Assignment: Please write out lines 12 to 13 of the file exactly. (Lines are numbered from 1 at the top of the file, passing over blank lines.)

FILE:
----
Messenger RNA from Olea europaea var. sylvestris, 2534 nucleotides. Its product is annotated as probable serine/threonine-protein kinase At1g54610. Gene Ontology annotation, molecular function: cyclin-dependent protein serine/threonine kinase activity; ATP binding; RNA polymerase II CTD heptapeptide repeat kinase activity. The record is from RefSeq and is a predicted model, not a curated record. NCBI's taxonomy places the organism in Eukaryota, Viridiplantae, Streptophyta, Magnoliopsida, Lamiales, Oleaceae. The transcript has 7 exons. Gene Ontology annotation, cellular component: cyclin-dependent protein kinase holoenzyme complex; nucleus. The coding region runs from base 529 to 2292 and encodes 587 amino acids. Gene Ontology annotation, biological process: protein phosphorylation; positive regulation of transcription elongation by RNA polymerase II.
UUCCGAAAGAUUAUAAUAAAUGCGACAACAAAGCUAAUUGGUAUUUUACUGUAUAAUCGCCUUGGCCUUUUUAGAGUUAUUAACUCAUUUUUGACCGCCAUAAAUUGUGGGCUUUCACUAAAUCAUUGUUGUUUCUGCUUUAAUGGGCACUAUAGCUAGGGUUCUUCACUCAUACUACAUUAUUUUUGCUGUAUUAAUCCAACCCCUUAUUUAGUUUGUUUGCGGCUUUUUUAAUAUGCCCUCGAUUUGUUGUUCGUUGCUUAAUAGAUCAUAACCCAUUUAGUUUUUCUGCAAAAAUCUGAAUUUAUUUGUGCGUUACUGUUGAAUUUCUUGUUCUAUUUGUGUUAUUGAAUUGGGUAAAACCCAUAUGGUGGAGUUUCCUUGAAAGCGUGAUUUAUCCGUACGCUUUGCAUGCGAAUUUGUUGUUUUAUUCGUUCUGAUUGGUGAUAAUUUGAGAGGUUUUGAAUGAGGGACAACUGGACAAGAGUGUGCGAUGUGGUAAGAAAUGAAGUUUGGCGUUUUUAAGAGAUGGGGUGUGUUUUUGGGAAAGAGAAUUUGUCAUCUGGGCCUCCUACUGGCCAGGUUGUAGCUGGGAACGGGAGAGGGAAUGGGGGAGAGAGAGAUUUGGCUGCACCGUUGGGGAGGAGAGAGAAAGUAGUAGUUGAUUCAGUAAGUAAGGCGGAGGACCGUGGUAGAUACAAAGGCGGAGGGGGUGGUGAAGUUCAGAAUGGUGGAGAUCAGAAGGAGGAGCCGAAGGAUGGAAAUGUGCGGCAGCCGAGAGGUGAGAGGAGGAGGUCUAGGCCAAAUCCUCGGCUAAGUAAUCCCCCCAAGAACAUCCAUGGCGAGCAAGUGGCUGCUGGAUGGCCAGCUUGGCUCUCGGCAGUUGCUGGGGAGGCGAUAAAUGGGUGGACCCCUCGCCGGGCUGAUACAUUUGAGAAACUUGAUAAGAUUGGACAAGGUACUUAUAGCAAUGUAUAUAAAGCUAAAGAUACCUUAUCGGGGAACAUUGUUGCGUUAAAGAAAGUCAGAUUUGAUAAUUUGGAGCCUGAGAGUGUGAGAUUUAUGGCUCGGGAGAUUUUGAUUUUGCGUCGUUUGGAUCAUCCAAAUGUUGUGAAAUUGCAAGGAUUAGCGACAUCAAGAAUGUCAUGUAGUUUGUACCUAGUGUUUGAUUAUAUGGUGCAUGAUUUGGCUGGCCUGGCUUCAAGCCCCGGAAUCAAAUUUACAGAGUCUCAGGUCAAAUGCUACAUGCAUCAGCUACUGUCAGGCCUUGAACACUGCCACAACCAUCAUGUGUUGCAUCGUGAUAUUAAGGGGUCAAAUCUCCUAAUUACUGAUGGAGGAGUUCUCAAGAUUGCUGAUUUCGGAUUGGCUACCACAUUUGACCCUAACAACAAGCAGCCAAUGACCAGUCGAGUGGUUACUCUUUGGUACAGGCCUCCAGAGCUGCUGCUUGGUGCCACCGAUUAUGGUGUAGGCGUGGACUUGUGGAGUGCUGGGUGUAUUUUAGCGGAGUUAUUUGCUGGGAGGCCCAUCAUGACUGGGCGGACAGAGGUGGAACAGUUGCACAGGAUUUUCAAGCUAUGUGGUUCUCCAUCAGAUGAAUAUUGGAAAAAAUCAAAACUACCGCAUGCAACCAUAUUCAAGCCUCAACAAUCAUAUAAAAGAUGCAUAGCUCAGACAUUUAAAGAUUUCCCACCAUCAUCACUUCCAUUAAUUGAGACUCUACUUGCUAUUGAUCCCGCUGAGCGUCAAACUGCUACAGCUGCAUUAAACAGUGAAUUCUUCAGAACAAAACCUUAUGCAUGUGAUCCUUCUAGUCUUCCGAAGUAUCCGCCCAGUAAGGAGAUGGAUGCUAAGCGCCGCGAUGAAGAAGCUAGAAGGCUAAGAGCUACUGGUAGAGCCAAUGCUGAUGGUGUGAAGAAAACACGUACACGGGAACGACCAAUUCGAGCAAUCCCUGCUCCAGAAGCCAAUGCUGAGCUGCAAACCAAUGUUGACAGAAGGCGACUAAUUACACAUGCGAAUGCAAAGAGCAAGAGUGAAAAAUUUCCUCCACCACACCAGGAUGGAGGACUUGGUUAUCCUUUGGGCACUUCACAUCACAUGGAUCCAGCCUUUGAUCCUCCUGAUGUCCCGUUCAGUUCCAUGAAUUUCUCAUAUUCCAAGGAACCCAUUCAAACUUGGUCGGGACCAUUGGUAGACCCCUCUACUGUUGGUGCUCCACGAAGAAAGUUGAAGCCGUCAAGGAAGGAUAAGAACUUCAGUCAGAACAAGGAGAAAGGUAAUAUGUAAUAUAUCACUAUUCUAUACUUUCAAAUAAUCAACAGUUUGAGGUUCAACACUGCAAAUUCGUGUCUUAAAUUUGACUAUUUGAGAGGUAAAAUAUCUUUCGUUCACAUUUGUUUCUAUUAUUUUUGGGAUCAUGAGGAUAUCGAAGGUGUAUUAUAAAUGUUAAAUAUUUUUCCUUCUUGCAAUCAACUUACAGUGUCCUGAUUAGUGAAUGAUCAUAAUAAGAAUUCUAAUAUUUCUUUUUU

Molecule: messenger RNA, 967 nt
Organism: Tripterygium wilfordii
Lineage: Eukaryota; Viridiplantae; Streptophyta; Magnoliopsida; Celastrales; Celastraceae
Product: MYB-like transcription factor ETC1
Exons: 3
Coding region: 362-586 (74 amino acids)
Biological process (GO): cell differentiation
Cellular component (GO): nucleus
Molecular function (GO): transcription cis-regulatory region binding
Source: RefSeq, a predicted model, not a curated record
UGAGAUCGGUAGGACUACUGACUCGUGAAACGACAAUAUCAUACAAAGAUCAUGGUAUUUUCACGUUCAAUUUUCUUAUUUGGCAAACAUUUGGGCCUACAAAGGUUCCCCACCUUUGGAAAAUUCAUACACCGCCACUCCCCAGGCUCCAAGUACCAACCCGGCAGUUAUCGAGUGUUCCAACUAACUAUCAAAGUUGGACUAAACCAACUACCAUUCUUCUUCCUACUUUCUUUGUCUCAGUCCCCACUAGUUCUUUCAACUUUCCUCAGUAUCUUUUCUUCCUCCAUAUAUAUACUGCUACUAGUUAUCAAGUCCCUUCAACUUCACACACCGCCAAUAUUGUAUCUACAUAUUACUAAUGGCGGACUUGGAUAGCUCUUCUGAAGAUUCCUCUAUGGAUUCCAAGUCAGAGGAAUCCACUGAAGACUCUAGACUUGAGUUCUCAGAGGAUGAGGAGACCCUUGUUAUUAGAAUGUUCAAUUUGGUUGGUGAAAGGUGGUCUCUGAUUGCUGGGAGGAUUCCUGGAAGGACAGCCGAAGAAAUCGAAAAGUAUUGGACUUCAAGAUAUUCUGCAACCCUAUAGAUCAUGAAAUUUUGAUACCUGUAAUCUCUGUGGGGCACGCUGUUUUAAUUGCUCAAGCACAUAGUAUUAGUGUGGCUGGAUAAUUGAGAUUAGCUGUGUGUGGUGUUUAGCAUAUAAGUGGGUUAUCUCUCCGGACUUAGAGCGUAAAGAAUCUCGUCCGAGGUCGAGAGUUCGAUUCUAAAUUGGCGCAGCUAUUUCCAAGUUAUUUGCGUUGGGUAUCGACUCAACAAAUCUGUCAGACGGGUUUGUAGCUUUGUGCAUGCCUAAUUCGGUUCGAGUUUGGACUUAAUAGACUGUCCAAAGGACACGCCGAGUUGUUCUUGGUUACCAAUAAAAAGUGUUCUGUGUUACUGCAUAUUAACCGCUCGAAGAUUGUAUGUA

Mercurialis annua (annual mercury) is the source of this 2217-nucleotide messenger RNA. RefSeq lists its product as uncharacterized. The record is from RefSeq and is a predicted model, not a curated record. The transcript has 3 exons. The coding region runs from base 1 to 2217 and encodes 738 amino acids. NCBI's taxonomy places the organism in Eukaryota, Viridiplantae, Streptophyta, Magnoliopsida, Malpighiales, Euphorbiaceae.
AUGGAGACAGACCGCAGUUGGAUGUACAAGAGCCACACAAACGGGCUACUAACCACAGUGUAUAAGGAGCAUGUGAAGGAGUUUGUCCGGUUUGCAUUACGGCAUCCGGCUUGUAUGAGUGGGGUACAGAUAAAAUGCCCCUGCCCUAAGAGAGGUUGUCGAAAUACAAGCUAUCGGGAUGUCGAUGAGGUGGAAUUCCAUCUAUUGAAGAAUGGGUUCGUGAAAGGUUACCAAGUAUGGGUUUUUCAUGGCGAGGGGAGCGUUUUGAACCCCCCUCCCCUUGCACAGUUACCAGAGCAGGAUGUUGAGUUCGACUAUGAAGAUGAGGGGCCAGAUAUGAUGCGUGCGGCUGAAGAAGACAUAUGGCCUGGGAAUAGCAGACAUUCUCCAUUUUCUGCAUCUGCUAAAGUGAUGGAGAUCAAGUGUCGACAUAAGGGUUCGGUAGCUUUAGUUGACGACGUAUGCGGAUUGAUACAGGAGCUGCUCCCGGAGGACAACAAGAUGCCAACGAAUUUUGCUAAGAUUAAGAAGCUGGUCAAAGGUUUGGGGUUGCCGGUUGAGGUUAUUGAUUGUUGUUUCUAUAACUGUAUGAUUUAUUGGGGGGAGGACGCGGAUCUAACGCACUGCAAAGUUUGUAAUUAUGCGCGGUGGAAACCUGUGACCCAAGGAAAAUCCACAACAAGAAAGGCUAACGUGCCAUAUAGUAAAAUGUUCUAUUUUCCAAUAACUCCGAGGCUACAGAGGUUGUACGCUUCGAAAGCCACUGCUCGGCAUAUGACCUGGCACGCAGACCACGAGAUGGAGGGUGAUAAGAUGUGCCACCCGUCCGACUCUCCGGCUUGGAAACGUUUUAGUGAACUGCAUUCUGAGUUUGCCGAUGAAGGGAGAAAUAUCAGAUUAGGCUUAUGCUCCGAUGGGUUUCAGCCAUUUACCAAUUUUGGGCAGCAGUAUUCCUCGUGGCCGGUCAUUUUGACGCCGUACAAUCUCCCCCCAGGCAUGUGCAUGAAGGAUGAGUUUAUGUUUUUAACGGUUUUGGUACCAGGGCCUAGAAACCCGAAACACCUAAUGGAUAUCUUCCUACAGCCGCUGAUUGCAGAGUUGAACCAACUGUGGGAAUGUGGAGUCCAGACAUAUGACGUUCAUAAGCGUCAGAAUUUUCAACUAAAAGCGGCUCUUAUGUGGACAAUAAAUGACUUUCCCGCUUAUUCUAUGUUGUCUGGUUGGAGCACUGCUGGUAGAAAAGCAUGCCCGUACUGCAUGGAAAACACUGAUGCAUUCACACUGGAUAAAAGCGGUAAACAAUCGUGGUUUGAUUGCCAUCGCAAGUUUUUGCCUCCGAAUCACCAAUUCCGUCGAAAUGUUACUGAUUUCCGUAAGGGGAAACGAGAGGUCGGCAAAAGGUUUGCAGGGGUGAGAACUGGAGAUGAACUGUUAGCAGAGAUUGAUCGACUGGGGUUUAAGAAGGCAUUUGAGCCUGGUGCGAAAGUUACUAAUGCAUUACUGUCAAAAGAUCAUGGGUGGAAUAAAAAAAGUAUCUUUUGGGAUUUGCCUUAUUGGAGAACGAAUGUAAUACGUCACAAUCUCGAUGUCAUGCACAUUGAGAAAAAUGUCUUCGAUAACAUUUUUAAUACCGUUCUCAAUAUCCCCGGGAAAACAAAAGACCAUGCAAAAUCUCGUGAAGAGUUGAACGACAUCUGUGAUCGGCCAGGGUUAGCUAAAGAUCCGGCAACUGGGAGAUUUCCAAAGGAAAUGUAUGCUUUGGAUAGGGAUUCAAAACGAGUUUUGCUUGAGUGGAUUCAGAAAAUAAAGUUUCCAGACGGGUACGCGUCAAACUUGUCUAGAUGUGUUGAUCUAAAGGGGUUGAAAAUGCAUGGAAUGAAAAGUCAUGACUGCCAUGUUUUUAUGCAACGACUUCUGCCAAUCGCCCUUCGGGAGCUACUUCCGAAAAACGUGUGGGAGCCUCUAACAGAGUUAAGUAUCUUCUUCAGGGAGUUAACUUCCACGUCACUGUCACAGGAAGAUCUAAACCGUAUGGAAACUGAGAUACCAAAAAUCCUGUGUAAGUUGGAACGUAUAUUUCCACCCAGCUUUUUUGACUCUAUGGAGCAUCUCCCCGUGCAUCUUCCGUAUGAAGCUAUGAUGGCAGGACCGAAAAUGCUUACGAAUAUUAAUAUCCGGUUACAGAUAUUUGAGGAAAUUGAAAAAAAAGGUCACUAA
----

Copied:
Source: RefSeq, a predicted model, not a curated record
UGAGAUCGGUAGGACUACUGACUCGUGAAACGACAAUAUCAUACAAAGAUCAUGGUAUUUUCACGUUCAAUUUUCUUAUUUGGCAAACAUUUGGGCCUACAAAGGUUCCCCACCUUUGGAAAAUUCAUACACCGCCACUCCCCAGGCUCCAAGUACCAACCCGGCAGUUAUCGAGUGUUCCAACUAACUAUCAAAGUUGGACUAAACCAACUACCAUUCUUCUUCCUACUUUCUUUGUCUCAGUCCCCACUAGUUCUUUCAACUUUCCUCAGUAUCUUUUCUUCCUCCAUAUAUAUACUGCUACUAGUUAUCAAGUCCCUUCAACUUCACACACCGCCAAUAUUGUAUCUACAUAUUACUAAUGGCGGACUUGGAUAGCUCUUCUGAAGAUUCCUCUAUGGAUUCCAAGUCAGAGGAAUCCACUGAAGACUCUAGACUUGAGUUCUCAGAGGAUGAGGAGACCCUUGUUAUUAGAAUGUUCAAUUUGGUUGGUGAAAGGUGGUCUCUGAUUGCUGGGAGGAUUCCUGGAAGGACAGCCGAAGAAAUCGAAAAGUAUUGGACUUCAAGAUAUUCUGCAACCCUAUAGAUCAUGAAAUUUUGAUACCUGUAAUCUCUGUGGGGCACGCUGUUUUAAUUGCUCAAGCACAUAGUAUUAGUGUGGCUGGAUAAUUGAGAUUAGCUGUGUGUGGUGUUUAGCAUAUAAGUGGGUUAUCUCUCCGGACUUAGAGCGUAAAGAAUCUCGUCCGAGGUCGAGAGUUCGAUUCUAAAUUGGCGCAGCUAUUUCCAAGUUAUUUGCGUUGGGUAUCGACUCAACAAAUCUGUCAGACGGGUUUGUAGCUUUGUGCAUGCCUAAUUCGGUUCGAGUUUGGACUUAAUAGACUGUCCAAAGGACACGCCGAGUUGUUCUUGGUUACCAAUAAAAAGUGUUCUGUGUUACUGCAUAUUAACCGCUCGAAGAUUGUAUGUA